''New Zagitova'' and ''support'' of judges deprived Tuktamysheva of victory in Japan

While Russians are quarrelling between each other, Japanese skaters are catching up

''New Zagitova'' and ''support'' of judges deprived Tuktamysheva of victory in Japan
Photo: matchtv.ru

The next figure skating Grand Prix was expected with special attention. One of the leaders of the season, world champion Tuktamysheva was going to fight in the lair of the major rival of the national team of Russia with local figure skaters. The battle took place in the end, and it was at the highest level. But Udmurtia-born athlete couldn't become the winner. The ''new Zagitova'' in the person of Rika Kihira turned out much stronger than expected. Realnoe Vremya tells the most important things at the Grand Prix in Japan.

Tuktamysheva is queen of short programmes

The fourth Grand Prix series in the city of Hiroshima promised to become the hottest since the beginning of the season. Two winners of previous stages at once were going to compete in the tournament. The Japanese were more interested in their compatriot Satoko Miyahara who confidently won the Grand Prix in the USA, while the Russian audience waited for Yelizaveta Tuktamysheva's performance who conquered Skate Canada. There was nobody particular to point out among other rivals, except for 15-year-old Rika Kihira. She's already been called ''the next Zagitova'' in small circles because she's trying to come out of Miyahara's shadow like Alina (in the rivalry with Medvedeva last season).

The expectations lived up in the short programme already. The favourite of the local audience, Miyahara imposed a serious fight on Tuktamysheva and almost went ahead of the Russian with the points. As much as the judges tried to help the Japanese, she couldn't reach Elizaveta's results. But the margin was minimal – just 0,09 points. Such a state of affairs looked bizarre amid the programmes the athletes showed on the ice. The jury demonstrated itself not in a good way again and frankly underscored Tuktamysheva for components and simultaneously added points to Miyahara.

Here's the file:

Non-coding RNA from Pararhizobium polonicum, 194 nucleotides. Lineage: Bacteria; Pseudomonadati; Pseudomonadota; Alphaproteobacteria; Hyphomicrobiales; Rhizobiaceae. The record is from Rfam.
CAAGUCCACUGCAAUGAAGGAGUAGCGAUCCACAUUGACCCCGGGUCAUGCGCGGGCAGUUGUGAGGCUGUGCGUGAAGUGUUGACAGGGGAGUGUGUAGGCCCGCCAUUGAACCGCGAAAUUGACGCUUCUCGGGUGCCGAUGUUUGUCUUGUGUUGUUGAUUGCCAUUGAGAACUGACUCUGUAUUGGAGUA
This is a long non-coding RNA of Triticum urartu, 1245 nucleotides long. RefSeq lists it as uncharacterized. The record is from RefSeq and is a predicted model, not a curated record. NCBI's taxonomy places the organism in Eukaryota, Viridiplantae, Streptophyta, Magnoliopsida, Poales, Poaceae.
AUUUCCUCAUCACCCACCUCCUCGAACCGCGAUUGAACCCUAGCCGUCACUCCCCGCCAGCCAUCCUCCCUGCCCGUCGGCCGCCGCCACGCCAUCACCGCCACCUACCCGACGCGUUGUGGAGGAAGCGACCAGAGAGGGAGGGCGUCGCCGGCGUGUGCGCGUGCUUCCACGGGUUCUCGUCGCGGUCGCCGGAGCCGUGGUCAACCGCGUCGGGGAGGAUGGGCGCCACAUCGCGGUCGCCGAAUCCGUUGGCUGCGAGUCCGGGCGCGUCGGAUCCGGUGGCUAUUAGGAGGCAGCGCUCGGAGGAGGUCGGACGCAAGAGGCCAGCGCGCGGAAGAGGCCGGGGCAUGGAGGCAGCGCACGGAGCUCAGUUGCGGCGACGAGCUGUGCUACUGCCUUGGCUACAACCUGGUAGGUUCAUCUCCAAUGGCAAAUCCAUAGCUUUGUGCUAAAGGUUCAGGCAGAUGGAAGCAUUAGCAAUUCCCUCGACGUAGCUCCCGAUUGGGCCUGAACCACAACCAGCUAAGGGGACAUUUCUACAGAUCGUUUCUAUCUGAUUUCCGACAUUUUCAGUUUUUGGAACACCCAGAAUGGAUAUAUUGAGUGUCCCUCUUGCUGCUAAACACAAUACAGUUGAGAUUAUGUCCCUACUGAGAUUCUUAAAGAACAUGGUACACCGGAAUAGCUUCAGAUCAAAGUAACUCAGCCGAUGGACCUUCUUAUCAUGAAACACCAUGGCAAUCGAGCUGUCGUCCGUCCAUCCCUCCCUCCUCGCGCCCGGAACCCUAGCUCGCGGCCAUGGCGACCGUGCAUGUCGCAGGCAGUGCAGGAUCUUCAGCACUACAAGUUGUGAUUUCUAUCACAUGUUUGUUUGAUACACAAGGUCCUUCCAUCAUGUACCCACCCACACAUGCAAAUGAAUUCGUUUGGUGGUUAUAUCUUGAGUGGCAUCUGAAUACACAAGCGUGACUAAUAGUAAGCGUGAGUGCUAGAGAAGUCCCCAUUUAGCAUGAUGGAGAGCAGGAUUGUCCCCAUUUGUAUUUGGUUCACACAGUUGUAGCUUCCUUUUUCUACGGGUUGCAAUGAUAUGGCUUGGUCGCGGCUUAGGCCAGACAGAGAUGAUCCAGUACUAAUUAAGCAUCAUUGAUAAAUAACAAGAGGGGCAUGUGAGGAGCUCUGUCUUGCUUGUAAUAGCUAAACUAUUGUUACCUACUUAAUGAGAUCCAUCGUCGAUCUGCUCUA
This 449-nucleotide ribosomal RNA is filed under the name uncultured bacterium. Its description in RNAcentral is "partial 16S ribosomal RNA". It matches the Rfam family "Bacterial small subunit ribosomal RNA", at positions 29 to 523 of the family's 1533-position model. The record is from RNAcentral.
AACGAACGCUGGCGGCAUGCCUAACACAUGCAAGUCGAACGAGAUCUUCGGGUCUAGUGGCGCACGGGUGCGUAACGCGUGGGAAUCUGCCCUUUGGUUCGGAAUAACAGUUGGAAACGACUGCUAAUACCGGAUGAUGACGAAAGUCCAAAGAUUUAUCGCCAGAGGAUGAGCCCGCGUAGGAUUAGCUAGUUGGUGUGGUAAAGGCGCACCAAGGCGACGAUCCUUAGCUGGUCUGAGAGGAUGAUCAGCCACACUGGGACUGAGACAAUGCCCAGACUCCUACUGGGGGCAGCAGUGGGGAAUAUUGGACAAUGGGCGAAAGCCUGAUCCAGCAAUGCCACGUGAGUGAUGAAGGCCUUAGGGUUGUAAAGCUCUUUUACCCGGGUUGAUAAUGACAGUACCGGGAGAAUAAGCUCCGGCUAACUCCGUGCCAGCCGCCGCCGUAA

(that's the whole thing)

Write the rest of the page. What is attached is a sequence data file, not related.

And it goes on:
The athlete coming from Udmurtia managed to score 76,17 points even with such a jury, which is her season's best at the Grand Prix. It's noteworthy that only Japanese besides Tuktamysheva and Miyahara has scored more than 70 points in a world series – Kaori Sakamoto. For instance, the same Zagitova demonstrated just 68,90 points at the previous stage in Finland. With this score, Alina would have been just fifth in Hiroshima losing 7 points to the couple of leaders. Such close results meant anything could have happened in free programme, even a sensation.

The favourite of the local audience, Miyahara imposed a serious fight on Tuktamysheva and almost went ahead of the Russian with the points. Photo: fso.forum.cool

''New Zagitova'' almost breaks Alina's record